# JavaScript Charts: Histogram Series

Histograms show the frequency distribution of continuous data. They are a good choice for when the data is larger than could be plotted on a bar chart and can be used to find underlying trends in data.

## Simple Histogram

Histograms require at least one numeric attribute in the data to be specified using the `xKey`

property. Data will be distributed into bins according to the `xKey`

values.

The simplest configuration for a Histogram Series is shown below:

```
series: [{
type: 'histogram'
xKey: 'age'
}]
```

## Bin Count

By default the histogram will split the X domain of the data into around ten regular-width bins, although the exact number of bins generated will vary so that the chart can find round values for the bin boundaries.

The number of bins to aim for can be overridden by setting the `binCount`

property on a histogram series.

Given enough data, charts with more bins are able to more precisely illustrate underlying trends, but are also more sensitive to random noise.

```
series: [{
type: 'histogram'
xKey: 'age',
binCount: 20
}]
```

## Irregular Intervals

Rather than specifying the number of bins, for cases where you know exactly which bins you wish to split your X axis values into, it is possible to explicitly give the start and end values for each bin.

This is given using the `bins`

property, and the value should be an array of arrays where each inner array contains the start and end value of a bin.

For histogram charts with irregular bins, it is usual for the area of the bar, rather than its height, to visually represent the value of each bin. In this way the shape of the underlying curve is maintained over irregular intervals. The `areaPlot`

property should be set to `true`

to enable this mode.

In the example below, the data from the race is split into irregular age categories and the `areaPlot`

property has been set to `true`

.

```
series: [{
type: 'histogram'
xKey: 'age',
areaPlot: true,
bins: [[16, 18], [18, 21], [21, 25], [25, 40]]
}]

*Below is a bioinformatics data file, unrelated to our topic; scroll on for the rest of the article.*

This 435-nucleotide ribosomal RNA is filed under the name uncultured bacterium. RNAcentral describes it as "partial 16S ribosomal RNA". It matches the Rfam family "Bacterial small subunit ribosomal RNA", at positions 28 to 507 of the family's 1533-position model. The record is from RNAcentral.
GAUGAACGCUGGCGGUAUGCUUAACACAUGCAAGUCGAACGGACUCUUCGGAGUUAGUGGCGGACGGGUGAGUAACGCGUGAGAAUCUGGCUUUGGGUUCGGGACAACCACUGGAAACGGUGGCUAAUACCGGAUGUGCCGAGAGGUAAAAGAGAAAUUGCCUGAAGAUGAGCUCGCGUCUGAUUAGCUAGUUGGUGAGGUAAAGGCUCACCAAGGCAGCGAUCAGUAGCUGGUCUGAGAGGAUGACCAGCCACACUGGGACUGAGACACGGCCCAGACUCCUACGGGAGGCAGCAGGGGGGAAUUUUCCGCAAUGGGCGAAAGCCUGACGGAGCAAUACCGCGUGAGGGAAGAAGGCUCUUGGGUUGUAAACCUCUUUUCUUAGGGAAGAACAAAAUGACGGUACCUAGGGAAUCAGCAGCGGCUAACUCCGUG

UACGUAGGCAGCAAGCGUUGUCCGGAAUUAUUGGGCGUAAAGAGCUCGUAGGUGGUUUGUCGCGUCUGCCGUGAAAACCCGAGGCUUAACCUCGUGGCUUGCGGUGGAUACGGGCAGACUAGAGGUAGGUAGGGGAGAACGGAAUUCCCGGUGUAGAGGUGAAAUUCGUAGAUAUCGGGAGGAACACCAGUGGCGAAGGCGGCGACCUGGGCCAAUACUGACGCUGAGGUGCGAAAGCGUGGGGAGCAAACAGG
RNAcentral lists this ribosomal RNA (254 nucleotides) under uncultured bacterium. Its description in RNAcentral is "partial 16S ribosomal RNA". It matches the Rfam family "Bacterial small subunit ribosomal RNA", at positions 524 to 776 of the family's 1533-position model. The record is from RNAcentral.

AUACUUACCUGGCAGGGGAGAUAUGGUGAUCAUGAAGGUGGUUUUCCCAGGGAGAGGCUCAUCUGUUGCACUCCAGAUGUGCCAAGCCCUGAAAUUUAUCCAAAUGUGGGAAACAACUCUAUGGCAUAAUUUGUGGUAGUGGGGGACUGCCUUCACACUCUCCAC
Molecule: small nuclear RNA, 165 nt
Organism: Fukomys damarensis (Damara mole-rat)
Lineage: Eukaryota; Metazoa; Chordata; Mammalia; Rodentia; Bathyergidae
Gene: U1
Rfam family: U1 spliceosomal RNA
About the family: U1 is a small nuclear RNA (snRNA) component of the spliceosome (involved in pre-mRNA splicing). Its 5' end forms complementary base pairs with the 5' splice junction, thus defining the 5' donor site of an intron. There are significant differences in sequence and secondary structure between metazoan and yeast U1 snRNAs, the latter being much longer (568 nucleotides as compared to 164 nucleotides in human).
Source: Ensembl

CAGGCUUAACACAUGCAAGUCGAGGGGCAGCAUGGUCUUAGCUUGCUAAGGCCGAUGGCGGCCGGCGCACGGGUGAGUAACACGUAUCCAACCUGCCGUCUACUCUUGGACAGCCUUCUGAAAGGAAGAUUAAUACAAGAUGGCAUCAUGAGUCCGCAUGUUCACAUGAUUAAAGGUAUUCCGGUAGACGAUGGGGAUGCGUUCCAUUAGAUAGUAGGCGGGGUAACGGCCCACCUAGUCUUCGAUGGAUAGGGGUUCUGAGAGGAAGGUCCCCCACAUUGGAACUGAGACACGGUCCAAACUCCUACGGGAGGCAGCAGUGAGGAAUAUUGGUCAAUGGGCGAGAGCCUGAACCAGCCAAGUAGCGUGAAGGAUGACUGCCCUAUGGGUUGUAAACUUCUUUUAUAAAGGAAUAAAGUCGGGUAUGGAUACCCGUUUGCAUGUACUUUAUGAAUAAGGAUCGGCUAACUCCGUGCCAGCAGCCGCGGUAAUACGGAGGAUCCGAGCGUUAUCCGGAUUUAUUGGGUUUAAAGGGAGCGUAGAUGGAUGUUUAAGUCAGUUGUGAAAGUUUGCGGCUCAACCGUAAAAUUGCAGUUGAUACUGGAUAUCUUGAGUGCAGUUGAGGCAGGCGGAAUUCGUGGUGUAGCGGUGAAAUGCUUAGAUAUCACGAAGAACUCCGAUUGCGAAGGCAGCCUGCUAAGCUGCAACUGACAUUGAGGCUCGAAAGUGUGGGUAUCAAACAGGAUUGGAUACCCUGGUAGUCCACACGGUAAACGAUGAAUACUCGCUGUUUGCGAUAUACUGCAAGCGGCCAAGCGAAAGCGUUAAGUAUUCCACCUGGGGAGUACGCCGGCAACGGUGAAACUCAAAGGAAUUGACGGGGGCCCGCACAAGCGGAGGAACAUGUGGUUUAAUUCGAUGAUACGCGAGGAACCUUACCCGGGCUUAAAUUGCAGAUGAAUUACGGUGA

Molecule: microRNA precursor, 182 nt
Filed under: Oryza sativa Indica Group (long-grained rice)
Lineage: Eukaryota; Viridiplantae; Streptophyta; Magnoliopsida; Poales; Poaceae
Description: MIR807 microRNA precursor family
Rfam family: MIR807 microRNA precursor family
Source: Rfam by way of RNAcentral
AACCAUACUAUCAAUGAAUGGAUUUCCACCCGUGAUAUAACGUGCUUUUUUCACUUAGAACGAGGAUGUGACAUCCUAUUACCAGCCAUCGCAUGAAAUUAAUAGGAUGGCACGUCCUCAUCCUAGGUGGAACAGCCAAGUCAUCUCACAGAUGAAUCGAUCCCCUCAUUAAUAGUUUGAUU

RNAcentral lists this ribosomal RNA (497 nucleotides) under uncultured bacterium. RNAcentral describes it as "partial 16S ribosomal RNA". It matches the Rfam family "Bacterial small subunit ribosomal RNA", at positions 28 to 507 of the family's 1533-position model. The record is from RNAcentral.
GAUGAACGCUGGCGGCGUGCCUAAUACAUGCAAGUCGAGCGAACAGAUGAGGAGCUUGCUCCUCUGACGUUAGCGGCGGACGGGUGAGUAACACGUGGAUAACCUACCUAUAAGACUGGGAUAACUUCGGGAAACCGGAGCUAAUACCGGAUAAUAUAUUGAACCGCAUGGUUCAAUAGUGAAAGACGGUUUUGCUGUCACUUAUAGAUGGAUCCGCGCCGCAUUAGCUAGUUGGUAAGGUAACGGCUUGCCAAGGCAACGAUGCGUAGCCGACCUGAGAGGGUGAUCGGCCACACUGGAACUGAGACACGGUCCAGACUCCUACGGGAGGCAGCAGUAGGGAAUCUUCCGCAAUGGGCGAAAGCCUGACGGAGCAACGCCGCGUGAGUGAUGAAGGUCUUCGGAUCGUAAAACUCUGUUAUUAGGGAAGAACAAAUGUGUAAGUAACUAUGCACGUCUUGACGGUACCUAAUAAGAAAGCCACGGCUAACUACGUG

```

Note that if you give the `bins`

property you should not also give `binCount`

, but if both are present `binCount`

takes precedence.

## XY Histogram

The histograms shown above all contain a single `xKey`

with its frequency plotted on the Y axis. However, it is also possible to provide Y values corresponding to the X values, by specifying both `xKey`

and `yKey`

properties.

When using XY Histograms it is useful to control how bins are aggregated using the `aggregation`

series property. The following sections compare the `sum`

and `mean`

aggregation functions.

### Summing Bins

The `sum`

aggregation function is used to sum the values of a column or attribute for each of the bins.

When a `yKey`

is specified, the default behaviour is to plot a total of the `yKey`

values. The kind of aggregation to use is controlled by the `series.aggregation`

property.

```
series: [{
type: 'histogram'
xKey: 'age',
yKey: 'winnings',
aggregation: 'sum'
}]
```

### Mean Bins

Showing frequencies or summing up the Y values isn't always the best way to visualize your data.

For data that is not evenly distributed in X, but is relatively uniform in Y, a sum plot XY histogram will tend to be dominated by the populations of the X bins.

In the above example you may notice that the prize money distribution very closely follows the age distribution. In such cases, plotting the mean of a bin on the Y axis better illustrates an underlying trend in the data:

```
series: [{
type: 'histogram'
xKey: 'age',
yKey: 'time',
yName: 'Race time',
aggregation: 'mean'
}]
```

## API Reference

Properties available on the `AgHistogramSeriesOptions<DatumType = any>`

interface.

## Next Up

Continue to the next section to learn about area series.